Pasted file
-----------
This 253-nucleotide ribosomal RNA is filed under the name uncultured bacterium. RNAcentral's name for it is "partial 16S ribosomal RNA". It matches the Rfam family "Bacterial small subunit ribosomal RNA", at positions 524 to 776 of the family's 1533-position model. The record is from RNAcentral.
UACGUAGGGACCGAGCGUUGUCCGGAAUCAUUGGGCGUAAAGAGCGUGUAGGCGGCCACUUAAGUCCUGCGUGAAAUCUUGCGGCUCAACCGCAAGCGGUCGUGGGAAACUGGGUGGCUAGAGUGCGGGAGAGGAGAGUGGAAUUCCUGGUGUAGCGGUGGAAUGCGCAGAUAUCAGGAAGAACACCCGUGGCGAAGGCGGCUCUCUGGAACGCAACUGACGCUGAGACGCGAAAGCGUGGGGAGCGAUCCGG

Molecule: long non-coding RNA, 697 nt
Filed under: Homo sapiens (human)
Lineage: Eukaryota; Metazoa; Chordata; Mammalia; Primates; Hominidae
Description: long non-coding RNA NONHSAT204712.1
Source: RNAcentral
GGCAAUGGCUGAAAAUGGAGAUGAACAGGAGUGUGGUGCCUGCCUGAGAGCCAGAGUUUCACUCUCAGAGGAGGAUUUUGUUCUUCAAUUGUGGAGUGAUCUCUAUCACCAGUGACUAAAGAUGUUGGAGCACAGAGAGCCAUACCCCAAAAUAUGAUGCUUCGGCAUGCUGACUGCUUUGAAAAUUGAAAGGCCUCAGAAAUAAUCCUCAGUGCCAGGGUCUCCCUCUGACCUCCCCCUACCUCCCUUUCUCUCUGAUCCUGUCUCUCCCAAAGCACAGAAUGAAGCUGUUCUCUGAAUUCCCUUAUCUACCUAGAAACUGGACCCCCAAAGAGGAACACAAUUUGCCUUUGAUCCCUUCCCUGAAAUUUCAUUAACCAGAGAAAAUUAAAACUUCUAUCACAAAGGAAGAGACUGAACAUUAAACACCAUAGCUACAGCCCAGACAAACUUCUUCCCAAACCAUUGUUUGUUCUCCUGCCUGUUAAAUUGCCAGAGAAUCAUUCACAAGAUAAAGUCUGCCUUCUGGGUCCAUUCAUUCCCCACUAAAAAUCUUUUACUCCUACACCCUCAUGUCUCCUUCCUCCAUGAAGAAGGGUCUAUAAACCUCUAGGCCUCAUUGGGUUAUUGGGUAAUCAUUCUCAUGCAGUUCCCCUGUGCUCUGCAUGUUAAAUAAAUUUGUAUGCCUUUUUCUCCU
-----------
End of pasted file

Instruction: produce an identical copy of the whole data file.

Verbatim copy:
This 253-nucleotide ribosomal RNA is filed under the name uncultured bacterium. RNAcentral's name for it is "partial 16S ribosomal RNA". It matches the Rfam family "Bacterial small subunit ribosomal RNA", at positions 524 to 776 of the family's 1533-position model. The record is from RNAcentral.
UACGUAGGGACCGAGCGUUGUCCGGAAUCAUUGGGCGUAAAGAGCGUGUAGGCGGCCACUUAAGUCCUGCGUGAAAUCUUGCGGCUCAACCGCAAGCGGUCGUGGGAAACUGGGUGGCUAGAGUGCGGGAGAGGAGAGUGGAAUUCCUGGUGUAGCGGUGGAAUGCGCAGAUAUCAGGAAGAACACCCGUGGCGAAGGCGGCUCUCUGGAACGCAACUGACGCUGAGACGCGAAAGCGUGGGGAGCGAUCCGG

Molecule: long non-coding RNA, 697 nt
Filed under: Homo sapiens (human)
Lineage: Eukaryota; Metazoa; Chordata; Mammalia; Primates; Hominidae
Description: long non-coding RNA NONHSAT204712.1
Source: RNAcentral
GGCAAUGGCUGAAAAUGGAGAUGAACAGGAGUGUGGUGCCUGCCUGAGAGCCAGAGUUUCACUCUCAGAGGAGGAUUUUGUUCUUCAAUUGUGGAGUGAUCUCUAUCACCAGUGACUAAAGAUGUUGGAGCACAGAGAGCCAUACCCCAAAAUAUGAUGCUUCGGCAUGCUGACUGCUUUGAAAAUUGAAAGGCCUCAGAAAUAAUCCUCAGUGCCAGGGUCUCCCUCUGACCUCCCCCUACCUCCCUUUCUCUCUGAUCCUGUCUCUCCCAAAGCACAGAAUGAAGCUGUUCUCUGAAUUCCCUUAUCUACCUAGAAACUGGACCCCCAAAGAGGAACACAAUUUGCCUUUGAUCCCUUCCCUGAAAUUUCAUUAACCAGAGAAAAUUAAAACUUCUAUCACAAAGGAAGAGACUGAACAUUAAACACCAUAGCUACAGCCCAGACAAACUUCUUCCCAAACCAUUGUUUGUUCUCCUGCCUGUUAAAUUGCCAGAGAAUCAUUCACAAGAUAAAGUCUGCCUUCUGGGUCCAUUCAUUCCCCACUAAAAAUCUUUUACUCCUACACCCUCAUGUCUCCUUCCUCCAUGAAGAAGGGUCUAUAAACCUCUAGGCCUCAUUGGGUUAUUGGGUAAUCAUUCUCAUGCAGUUCCCCUGUGCUCUGCAUGUUAAAUAAAUUUGUAUGCCUUUUUCUCCU